Carnegie Mellon scientists develop tool that uses MRI to visualize gene expression in living animals
In a first, Carnegie Mellon University scientists have "programmed" cells to make their own contrast agents, enabling unprecedented high-resolution, deep-tissue imaging of gene expression. The results, appearing in the April issue of Nature Medicine, hold considerable promise for conducting preclinical studies in the emerging field of molecular therapeutics and for monitoring the delivery of therapeutic genes in patients.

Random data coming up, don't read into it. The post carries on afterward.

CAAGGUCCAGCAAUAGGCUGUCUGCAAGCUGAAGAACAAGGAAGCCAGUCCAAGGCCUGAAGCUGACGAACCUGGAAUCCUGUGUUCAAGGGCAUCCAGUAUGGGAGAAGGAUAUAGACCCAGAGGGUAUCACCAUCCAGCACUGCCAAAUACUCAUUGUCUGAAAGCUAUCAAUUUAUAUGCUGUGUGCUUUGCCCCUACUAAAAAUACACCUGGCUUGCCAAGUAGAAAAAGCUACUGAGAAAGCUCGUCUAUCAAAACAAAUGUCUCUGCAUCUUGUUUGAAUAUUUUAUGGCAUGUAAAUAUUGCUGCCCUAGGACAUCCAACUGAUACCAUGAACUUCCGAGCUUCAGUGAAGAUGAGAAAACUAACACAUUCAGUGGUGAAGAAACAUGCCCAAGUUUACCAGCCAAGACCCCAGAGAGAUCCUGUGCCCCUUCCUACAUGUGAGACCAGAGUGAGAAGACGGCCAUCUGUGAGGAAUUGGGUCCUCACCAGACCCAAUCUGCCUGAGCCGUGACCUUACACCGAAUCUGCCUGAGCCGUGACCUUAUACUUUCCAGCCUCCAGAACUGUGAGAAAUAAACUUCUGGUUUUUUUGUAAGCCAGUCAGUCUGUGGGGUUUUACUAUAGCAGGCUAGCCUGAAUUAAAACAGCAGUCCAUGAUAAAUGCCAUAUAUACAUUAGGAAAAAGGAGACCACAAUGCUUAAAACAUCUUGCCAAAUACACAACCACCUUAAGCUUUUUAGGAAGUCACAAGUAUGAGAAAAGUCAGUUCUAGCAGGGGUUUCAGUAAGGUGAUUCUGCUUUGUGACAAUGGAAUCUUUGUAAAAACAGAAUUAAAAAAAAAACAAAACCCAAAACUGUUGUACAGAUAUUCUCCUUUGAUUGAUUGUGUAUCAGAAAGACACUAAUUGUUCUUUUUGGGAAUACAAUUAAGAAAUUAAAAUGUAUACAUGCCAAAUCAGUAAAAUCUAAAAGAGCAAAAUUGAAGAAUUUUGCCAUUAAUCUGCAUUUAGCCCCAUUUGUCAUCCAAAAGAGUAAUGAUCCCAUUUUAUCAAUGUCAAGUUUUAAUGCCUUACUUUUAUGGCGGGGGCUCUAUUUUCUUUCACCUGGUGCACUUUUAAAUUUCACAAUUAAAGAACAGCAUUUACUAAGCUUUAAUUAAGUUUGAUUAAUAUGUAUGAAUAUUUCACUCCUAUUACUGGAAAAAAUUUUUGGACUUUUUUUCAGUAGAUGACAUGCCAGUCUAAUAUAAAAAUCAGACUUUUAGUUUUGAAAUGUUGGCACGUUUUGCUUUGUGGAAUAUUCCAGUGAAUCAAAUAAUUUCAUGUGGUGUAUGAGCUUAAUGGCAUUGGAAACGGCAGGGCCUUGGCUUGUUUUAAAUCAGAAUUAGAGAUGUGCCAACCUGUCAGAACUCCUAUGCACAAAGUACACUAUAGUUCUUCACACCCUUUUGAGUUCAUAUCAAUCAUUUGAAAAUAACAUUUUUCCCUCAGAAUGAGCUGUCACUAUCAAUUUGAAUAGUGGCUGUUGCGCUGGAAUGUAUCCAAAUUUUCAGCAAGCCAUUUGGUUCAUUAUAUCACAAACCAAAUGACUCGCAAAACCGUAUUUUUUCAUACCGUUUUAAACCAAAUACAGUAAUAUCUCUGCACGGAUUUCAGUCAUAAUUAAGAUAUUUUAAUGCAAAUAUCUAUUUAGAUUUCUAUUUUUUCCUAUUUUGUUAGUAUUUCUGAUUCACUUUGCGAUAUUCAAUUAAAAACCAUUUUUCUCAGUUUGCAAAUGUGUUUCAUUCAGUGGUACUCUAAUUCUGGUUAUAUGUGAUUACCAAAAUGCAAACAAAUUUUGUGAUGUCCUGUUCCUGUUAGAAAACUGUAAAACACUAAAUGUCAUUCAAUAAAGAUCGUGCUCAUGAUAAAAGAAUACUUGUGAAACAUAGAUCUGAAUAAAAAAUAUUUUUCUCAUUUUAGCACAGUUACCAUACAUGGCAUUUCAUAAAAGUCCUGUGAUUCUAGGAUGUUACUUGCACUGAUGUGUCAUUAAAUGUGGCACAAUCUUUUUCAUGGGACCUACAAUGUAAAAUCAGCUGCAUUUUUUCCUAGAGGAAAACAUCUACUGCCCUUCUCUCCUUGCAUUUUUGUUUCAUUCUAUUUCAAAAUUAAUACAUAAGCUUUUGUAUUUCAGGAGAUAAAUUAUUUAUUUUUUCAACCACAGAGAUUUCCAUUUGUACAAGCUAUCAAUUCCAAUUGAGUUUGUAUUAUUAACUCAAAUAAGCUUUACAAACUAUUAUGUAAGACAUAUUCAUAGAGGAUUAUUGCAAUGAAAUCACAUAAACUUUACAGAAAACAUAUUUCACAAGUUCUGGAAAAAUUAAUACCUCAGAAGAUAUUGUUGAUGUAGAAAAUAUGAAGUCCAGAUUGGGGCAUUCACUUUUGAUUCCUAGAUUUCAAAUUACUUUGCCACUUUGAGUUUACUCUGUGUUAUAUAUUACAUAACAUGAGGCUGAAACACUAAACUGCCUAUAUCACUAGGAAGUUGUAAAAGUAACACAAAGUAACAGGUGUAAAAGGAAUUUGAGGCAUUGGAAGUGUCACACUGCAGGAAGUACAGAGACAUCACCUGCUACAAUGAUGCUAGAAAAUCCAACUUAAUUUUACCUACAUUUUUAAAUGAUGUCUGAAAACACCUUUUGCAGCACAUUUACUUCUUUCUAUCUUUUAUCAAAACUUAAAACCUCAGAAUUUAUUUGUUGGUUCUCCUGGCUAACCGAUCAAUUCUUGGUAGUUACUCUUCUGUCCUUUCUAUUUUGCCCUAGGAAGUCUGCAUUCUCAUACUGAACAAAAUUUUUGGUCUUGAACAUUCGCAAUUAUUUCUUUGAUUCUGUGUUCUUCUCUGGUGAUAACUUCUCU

"For 20 years it has been the chemist’s job to develop agents that can be used to enhance MRI contrast," said Eric Ahrens, assistant professor of biological sciences in the Mellon College of Science at Carnegie Mellon. "Now, with our approach, we have put this job into the hands of the molecular biologist. Using off-the-shelf molecular biology tools we can now enable living cells to change their MRI contrast via genetic instructions."
"The new imaging method is a platform technology that can be adapted for many tissue types and for a range of preclinical uses in conjunction with emerging molecular therapeutic strategies," Ahrens said.
Ahrens’ new approach uses magnetic resonance imaging (MRI) to monitor gene expression in real-time. Because MRI images deep tissues non-invasively and at high resolution, investigators don’t need to sacrifice animals and perform laborious and costly analysis.